A collaboration of coast and countryside organisations on The Lizard Peninsula

Little Egret © Natural England/Allan DrewittThe bright yellow feet of the Little Egret make it look as though they’ve been dipped in paint. 
Photo: © Natural England/Allan Drewitt

 

 


LITTLE EGRET

Scientific name: Egretta garzetta

Conservation status: IUCN Red List, Least Concern; UK Birds of Conservation Concern, Amber

What to look for:

  • Family: Ardeidae (Bitterns and Herons)
  • Colouring and appearance: White plumage, heron-like, white crest on head, black legs, black beak and bright yellow feet.
  • Size: 60 cm length, 92 cm wingspan.
  • Where: Estuaries on the south and east coasts of England and Wales.
  • Call: Mainly silent, but some croaking in breeding season, and has a harsh alarm call.
  • Similar species: Great White Egret (which is much larger and has black feet), Grey Heron (also much larger, and with grey plumage). 

Little EgretLittle Egrets still seem somewhat exotic for our British shores. They have been colonising the UK along the south coast since the late 1980s, and bred here (in Dorset) in 1996. This is not the first time the Little Egret has been seen here, though. Historical records show that it was found in Britain up to the late mediaeval period but became extinct, probably due to hunting and changing climatic conditions. Their recent  recolonisation is the result of a natural expansion of their range across France, and the estuaries of Devon and Cornwall are good places to look out for them. Some 700 pairs now breed in the UK, and overwintering numbers are as high as 4,500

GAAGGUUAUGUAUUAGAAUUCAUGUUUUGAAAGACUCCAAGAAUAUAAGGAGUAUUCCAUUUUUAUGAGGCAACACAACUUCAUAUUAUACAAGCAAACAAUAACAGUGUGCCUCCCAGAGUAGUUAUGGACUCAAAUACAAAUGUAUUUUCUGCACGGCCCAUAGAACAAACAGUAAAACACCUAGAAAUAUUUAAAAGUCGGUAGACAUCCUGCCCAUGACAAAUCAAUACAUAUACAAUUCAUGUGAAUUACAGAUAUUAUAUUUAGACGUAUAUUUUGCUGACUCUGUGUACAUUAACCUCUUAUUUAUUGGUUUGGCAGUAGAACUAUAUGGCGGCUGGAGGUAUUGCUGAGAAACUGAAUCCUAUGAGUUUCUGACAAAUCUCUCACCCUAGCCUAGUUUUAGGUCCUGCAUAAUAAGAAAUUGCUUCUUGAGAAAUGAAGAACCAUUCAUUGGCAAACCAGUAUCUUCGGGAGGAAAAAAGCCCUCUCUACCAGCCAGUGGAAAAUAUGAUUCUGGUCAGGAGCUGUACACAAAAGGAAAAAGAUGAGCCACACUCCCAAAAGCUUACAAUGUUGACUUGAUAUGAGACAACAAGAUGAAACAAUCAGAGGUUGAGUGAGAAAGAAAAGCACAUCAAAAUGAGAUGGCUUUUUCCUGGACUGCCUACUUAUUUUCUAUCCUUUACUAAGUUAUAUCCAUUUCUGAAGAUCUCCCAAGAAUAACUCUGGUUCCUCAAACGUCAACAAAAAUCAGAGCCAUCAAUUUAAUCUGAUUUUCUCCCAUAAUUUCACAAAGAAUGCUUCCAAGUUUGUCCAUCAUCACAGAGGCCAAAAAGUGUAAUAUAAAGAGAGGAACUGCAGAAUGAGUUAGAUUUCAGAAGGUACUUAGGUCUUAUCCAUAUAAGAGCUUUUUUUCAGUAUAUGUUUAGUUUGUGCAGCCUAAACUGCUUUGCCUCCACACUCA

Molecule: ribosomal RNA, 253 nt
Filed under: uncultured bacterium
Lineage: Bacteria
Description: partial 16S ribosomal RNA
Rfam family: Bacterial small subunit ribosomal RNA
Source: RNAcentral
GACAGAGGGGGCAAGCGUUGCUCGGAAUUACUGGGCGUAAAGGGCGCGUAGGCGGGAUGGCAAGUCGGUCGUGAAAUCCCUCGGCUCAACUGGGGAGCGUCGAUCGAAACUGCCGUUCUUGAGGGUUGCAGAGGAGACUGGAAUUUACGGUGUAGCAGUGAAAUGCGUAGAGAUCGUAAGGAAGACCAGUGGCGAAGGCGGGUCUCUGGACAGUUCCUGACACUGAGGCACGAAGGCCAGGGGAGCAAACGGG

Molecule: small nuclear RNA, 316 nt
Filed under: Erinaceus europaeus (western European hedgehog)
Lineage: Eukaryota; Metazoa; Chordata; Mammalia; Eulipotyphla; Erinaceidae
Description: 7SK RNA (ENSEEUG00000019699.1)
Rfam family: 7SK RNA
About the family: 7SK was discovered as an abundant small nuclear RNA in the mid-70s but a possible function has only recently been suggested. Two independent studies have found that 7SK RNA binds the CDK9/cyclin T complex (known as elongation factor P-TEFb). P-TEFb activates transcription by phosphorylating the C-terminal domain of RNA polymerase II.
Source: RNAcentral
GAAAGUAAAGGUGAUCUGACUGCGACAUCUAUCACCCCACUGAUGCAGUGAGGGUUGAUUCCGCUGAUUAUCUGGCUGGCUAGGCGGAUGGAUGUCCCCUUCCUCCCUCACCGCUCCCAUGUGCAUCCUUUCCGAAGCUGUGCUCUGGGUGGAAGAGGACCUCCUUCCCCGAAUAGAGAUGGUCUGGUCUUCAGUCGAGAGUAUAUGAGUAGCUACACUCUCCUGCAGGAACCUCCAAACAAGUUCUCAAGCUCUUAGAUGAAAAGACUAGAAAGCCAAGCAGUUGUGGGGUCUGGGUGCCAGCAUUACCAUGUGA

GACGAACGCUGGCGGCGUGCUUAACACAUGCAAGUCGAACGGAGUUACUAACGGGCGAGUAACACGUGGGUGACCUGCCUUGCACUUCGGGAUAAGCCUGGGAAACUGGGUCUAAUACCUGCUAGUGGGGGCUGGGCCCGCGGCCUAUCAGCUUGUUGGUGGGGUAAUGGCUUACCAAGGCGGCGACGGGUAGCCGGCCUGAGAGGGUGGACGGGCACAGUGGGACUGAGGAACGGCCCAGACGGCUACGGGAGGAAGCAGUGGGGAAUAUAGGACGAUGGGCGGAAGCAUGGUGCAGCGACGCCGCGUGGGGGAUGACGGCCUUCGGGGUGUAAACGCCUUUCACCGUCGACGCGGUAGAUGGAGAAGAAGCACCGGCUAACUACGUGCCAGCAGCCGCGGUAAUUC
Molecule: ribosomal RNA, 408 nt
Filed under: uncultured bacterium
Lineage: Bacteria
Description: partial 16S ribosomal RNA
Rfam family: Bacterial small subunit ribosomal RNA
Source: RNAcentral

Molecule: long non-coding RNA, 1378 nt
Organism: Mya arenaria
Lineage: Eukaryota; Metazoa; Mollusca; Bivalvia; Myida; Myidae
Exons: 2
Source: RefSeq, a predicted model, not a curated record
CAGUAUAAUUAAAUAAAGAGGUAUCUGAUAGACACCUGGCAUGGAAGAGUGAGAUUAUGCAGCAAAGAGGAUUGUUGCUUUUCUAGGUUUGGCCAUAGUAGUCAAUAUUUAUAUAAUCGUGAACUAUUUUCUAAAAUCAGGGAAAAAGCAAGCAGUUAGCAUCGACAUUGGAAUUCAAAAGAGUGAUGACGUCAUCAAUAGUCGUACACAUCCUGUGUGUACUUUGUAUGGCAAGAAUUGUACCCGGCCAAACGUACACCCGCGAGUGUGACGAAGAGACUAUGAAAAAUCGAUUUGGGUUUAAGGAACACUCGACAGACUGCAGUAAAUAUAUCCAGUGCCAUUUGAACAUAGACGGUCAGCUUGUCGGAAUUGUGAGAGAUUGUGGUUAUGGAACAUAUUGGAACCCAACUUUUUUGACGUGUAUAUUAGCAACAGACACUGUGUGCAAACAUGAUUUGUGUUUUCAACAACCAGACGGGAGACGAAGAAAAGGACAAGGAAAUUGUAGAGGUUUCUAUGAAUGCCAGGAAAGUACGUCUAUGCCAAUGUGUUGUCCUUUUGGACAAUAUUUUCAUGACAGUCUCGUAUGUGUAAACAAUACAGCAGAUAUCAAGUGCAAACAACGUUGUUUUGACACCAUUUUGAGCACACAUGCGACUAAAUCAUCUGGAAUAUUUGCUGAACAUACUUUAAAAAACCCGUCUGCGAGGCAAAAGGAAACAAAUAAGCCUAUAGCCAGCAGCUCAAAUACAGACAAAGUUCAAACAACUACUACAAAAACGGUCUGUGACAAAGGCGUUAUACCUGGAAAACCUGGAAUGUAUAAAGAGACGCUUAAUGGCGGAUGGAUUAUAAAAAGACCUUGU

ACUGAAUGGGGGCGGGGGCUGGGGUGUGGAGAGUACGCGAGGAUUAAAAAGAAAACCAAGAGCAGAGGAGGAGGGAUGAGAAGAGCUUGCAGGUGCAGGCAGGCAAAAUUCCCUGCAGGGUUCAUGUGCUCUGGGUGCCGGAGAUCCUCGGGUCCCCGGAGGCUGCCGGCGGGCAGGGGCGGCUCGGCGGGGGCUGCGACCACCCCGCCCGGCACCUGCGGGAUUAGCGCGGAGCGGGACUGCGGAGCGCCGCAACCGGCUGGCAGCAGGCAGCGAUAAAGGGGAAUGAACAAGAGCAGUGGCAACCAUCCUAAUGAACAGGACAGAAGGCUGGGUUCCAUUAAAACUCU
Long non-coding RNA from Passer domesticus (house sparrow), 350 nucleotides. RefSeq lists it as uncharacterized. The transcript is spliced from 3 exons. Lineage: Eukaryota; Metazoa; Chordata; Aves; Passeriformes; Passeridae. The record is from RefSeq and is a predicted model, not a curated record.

These beautiful, heron-like birds are very easy to spot in our estuaries and inland waters, with their striking white plumage and yellow feet. They are often found in the shallow water as they hunt for their meals of fish and crustaceans, but are less statue-like than their heron cousins, preferring to walk slowly along, or even run with raised wings to disturb their prey.  Although a solitary feeder, Little Egrets nest and roost in groups, with colonial nesting sites sometimes containing several hundred birds. Nests are usually built in trees or shrubs close to water.

The Amber status of the Little Egret in the UK is because of the small breeding population.

Little Egret in flight © Natural England/Allan DrewittDid you know…?

…The Little Egret’s neck plumes (seen when in breeding plumage) were once much sought after, and were worth more than gold. They were used from the seventeenth to nineteenth centuries for decorating hats.

…Little Egrets were on the menu for the banquet celebrating the crowning of King Henry VI in 1429.

More information and references:

Svensson, L., Mullarney, K., Zetterstrom, D.,1986. Collins Bird Guide, second edition (translated by Christie, D., Svensson, L.). HarperCollins, London.


Published: January 2015
Author: Amanda Scott
Photos: © Natural England/Allan Drewitt

Find out about other birds you can see on The Lizard.